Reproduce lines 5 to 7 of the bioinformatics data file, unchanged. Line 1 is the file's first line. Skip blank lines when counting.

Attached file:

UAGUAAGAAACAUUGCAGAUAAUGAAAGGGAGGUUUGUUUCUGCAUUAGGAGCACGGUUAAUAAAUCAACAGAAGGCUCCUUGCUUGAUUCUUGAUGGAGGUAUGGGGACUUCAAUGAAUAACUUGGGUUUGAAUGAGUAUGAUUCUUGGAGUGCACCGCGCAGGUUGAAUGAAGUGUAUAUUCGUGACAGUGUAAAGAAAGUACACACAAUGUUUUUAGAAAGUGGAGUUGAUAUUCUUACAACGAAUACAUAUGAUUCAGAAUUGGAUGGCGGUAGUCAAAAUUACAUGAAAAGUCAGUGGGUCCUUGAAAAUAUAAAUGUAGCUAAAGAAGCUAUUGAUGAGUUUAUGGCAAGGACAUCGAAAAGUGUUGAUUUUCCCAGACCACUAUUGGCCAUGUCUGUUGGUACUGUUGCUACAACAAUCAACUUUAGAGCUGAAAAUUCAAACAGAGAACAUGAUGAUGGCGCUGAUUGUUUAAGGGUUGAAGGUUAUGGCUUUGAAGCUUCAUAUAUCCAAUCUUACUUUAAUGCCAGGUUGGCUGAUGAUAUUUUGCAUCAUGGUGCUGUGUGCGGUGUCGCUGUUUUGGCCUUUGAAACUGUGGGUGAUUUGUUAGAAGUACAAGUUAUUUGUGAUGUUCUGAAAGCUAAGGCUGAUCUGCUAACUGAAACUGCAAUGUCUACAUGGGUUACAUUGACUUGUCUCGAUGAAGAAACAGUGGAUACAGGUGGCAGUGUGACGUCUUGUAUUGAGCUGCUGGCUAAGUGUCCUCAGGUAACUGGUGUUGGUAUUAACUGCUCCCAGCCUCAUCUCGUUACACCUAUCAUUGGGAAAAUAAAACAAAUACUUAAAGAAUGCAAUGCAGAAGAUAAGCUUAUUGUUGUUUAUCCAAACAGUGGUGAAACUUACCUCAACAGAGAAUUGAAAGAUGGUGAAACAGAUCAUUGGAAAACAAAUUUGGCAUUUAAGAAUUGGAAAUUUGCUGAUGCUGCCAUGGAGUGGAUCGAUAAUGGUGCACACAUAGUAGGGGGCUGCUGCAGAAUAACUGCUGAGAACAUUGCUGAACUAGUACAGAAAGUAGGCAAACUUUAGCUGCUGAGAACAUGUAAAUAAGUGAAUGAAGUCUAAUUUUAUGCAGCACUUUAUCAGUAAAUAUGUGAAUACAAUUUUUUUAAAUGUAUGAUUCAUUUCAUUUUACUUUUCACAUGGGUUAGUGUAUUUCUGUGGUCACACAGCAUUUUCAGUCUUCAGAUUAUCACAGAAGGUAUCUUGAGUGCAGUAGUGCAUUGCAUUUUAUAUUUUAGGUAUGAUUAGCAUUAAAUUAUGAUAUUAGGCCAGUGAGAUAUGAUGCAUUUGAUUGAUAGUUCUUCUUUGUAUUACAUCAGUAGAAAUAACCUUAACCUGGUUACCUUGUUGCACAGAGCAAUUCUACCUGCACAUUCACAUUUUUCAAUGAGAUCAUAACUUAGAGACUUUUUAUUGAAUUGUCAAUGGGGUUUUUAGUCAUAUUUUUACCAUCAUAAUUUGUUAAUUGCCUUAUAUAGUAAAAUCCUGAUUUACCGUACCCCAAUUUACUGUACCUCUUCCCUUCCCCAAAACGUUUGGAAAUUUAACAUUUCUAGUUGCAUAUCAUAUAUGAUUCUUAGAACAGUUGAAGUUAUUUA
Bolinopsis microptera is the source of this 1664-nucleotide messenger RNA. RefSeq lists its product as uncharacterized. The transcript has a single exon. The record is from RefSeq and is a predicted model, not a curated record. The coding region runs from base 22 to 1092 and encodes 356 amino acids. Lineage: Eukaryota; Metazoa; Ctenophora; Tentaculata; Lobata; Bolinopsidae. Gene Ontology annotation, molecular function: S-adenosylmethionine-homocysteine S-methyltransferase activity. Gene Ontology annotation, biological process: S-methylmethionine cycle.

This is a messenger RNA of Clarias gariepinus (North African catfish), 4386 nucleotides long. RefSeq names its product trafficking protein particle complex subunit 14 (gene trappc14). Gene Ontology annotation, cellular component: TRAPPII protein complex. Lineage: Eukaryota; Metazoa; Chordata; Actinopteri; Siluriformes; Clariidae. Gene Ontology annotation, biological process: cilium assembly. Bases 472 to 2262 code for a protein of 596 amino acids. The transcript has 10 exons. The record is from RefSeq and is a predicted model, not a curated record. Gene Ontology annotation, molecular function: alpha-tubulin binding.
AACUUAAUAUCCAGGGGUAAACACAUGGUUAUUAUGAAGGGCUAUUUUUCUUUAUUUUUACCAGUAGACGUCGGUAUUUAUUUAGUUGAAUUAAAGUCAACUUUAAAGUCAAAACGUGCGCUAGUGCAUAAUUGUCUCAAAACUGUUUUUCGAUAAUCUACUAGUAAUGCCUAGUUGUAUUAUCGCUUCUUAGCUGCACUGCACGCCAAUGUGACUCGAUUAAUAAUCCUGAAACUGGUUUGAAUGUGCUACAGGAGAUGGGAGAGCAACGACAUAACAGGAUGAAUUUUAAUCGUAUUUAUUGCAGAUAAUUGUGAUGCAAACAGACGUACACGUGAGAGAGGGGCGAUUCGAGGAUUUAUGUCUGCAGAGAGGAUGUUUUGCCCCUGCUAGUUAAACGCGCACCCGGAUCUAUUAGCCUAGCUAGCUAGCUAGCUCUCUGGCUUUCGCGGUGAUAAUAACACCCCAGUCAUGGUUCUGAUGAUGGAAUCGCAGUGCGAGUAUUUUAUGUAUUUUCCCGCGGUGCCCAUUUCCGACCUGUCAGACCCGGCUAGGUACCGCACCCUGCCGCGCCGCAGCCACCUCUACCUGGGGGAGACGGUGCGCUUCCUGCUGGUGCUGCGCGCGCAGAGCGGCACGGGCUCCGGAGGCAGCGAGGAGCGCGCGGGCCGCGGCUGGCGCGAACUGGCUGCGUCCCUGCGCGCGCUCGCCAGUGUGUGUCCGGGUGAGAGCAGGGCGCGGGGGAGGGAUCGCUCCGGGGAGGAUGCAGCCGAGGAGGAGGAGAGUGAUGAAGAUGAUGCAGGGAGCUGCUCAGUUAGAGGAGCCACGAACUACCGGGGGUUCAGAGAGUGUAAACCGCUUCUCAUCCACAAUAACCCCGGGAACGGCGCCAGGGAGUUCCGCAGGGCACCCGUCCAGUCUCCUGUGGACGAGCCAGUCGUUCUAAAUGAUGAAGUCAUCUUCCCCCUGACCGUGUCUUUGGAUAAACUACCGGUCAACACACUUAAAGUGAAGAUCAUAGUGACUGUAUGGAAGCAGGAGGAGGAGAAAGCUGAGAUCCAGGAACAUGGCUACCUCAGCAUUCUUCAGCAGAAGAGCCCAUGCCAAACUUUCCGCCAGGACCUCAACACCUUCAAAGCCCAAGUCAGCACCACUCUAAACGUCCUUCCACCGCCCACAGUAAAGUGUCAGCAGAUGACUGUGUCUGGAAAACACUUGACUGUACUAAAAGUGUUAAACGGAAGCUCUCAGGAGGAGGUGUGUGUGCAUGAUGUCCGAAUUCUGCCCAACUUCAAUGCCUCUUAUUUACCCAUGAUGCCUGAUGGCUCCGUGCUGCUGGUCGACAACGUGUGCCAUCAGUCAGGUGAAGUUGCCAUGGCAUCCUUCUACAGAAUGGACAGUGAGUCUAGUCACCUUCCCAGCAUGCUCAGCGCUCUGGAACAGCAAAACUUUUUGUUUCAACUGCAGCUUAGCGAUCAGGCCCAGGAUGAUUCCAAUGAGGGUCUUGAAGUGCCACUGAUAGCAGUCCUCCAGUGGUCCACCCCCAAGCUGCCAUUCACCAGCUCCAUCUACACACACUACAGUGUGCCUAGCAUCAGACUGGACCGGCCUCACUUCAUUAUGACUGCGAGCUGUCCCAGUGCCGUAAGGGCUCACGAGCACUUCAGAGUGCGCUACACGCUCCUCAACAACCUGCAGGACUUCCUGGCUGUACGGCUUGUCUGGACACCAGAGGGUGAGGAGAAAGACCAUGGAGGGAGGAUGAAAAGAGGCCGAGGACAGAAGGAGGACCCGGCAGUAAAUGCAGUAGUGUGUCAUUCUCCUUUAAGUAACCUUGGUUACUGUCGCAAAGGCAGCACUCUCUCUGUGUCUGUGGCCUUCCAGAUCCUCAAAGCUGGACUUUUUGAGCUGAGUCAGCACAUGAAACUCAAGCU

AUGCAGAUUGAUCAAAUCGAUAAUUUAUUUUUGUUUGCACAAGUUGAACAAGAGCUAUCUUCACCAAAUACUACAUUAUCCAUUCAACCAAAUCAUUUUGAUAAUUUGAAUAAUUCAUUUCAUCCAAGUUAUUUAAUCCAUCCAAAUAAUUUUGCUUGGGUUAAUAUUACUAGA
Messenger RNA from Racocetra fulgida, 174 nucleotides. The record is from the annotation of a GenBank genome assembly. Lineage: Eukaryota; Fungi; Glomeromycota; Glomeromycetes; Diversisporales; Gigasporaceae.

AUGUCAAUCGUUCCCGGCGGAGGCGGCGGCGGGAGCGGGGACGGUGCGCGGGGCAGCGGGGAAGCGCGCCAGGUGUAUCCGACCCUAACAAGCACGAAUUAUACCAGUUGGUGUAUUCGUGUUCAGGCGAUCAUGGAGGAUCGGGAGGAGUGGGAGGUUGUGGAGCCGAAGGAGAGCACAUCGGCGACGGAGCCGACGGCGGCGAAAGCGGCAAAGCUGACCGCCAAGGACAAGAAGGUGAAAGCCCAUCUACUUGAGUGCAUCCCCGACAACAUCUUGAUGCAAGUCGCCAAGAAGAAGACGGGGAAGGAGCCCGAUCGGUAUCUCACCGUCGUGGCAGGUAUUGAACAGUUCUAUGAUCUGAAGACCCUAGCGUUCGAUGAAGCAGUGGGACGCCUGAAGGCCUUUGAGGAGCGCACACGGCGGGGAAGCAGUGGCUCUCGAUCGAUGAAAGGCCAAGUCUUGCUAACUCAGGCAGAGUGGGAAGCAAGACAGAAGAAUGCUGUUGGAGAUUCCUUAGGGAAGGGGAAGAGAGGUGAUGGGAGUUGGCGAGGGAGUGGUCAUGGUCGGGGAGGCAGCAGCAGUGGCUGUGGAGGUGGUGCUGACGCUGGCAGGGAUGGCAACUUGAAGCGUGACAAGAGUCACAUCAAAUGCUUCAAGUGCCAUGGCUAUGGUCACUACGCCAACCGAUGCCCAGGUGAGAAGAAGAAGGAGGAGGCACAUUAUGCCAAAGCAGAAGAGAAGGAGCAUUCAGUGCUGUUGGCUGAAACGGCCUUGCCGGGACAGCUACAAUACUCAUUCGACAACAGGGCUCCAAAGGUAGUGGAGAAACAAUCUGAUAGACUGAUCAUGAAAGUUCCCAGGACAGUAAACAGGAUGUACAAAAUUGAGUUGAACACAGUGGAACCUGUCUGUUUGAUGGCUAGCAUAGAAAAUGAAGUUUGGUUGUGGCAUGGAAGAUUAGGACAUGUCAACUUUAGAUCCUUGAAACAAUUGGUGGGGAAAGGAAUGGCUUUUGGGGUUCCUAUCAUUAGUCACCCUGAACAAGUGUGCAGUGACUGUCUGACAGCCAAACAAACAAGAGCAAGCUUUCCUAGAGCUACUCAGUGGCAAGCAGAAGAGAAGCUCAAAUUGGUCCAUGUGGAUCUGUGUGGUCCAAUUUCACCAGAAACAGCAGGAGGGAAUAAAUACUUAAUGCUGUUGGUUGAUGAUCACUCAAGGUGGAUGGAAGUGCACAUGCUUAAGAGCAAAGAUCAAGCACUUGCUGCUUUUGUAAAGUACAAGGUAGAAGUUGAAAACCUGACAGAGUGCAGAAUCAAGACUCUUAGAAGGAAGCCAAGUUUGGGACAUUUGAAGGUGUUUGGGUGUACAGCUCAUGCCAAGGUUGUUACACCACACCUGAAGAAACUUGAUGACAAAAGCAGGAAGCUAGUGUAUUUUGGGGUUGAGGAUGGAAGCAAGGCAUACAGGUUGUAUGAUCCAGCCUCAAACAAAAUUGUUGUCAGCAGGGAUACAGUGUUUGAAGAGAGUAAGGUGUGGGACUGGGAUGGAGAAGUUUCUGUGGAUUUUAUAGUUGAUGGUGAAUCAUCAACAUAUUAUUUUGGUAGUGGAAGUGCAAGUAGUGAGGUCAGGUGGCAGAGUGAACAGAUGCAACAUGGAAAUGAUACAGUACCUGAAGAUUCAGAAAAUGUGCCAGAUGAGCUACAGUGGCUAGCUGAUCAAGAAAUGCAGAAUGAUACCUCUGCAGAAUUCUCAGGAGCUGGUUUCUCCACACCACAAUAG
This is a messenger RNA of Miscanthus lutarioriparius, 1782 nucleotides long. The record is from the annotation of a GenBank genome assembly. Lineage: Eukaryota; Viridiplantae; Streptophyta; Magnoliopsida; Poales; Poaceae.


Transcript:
AUGCAGAUUGAUCAAAUCGAUAAUUUAUUUUUGUUUGCACAAGUUGAACAAGAGCUAUCUUCACCAAAUACUACAUUAUCCAUUCAACCAAAUCAUUUUGAUAAUUUGAAUAAUUCAUUUCAUCCAAGUUAUUUAAUCCAUCCAAAUAAUUUUGCUUGGGUUAAUAUUACUAGA
Messenger RNA from Racocetra fulgida, 174 nucleotides. The record is from the annotation of a GenBank genome assembly. Lineage: Eukaryota; Fungi; Glomeromycota; Glomeromycetes; Diversisporales; Gigasporaceae.

AUGUCAAUCGUUCCCGGCGGAGGCGGCGGCGGGAGCGGGGACGGUGCGCGGGGCAGCGGGGAAGCGCGCCAGGUGUAUCCGACCCUAACAAGCACGAAUUAUACCAGUUGGUGUAUUCGUGUUCAGGCGAUCAUGGAGGAUCGGGAGGAGUGGGAGGUUGUGGAGCCGAAGGAGAGCACAUCGGCGACGGAGCCGACGGCGGCGAAAGCGGCAAAGCUGACCGCCAAGGACAAGAAGGUGAAAGCCCAUCUACUUGAGUGCAUCCCCGACAACAUCUUGAUGCAAGUCGCCAAGAAGAAGACGGGGAAGGAGCCCGAUCGGUAUCUCACCGUCGUGGCAGGUAUUGAACAGUUCUAUGAUCUGAAGACCCUAGCGUUCGAUGAAGCAGUGGGACGCCUGAAGGCCUUUGAGGAGCGCACACGGCGGGGAAGCAGUGGCUCUCGAUCGAUGAAAGGCCAAGUCUUGCUAACUCAGGCAGAGUGGGAAGCAAGACAGAAGAAUGCUGUUGGAGAUUCCUUAGGGAAGGGGAAGAGAGGUGAUGGGAGUUGGCGAGGGAGUGGUCAUGGUCGGGGAGGCAGCAGCAGUGGCUGUGGAGGUGGUGCUGACGCUGGCAGGGAUGGCAACUUGAAGCGUGACAAGAGUCACAUCAAAUGCUUCAAGUGCCAUGGCUAUGGUCACUACGCCAACCGAUGCCCAGGUGAGAAGAAGAAGGAGGAGGCACAUUAUGCCAAAGCAGAAGAGAAGGAGCAUUCAGUGCUGUUGGCUGAAACGGCCUUGCCGGGACAGCUACAAUACUCAUUCGACAACAGGGCUCCAAAGGUAGUGGAGAAACAAUCUGAUAGACUGAUCAUGAAAGUUCCCAGGACAGUAAACAGGAUGUACAAAAUUGAGUUGAACACAGUGGAACCUGUCUGUUUGAUGGCUAGCAUAGAAAAUGAAGUUUGGUUGUGGCAUGGAAGAUUAGGACAUGUCAACUUUAGAUCCUUGAAACAAUUGGUGGGGAAAGGAAUGGCUUUUGGGGUUCCUAUCAUUAGUCACCCUGAACAAGUGUGCAGUGACUGUCUGACAGCCAAACAAACAAGAGCAAGCUUUCCUAGAGCUACUCAGUGGCAAGCAGAAGAGAAGCUCAAAUUGGUCCAUGUGGAUCUGUGUGGUCCAAUUUCACCAGAAACAGCAGGAGGGAAUAAAUACUUAAUGCUGUUGGUUGAUGAUCACUCAAGGUGGAUGGAAGUGCACAUGCUUAAGAGCAAAGAUCAAGCACUUGCUGCUUUUGUAAAGUACAAGGUAGAAGUUGAAAACCUGACAGAGUGCAGAAUCAAGACUCUUAGAAGGAAGCCAAGUUUGGGACAUUUGAAGGUGUUUGGGUGUACAGCUCAUGCCAAGGUUGUUACACCACACCUGAAGAAACUUGAUGACAAAAGCAGGAAGCUAGUGUAUUUUGGGGUUGAGGAUGGAAGCAAGGCAUACAGGUUGUAUGAUCCAGCCUCAAACAAAAUUGUUGUCAGCAGGGAUACAGUGUUUGAAGAGAGUAAGGUGUGGGACUGGGAUGGAGAAGUUUCUGUGGAUUUUAUAGUUGAUGGUGAAUCAUCAACAUAUUAUUUUGGUAGUGGAAGUGCAAGUAGUGAGGUCAGGUGGCAGAGUGAACAGAUGCAACAUGGAAAUGAUACAGUACCUGAAGAUUCAGAAAAUGUGCCAGAUGAGCUACAGUGGCUAGCUGAUCAAGAAAUGCAGAAUGAUACCUCUGCAGAAUUCUCAGGAGCUGGUUUCUCCACACCACAAUAG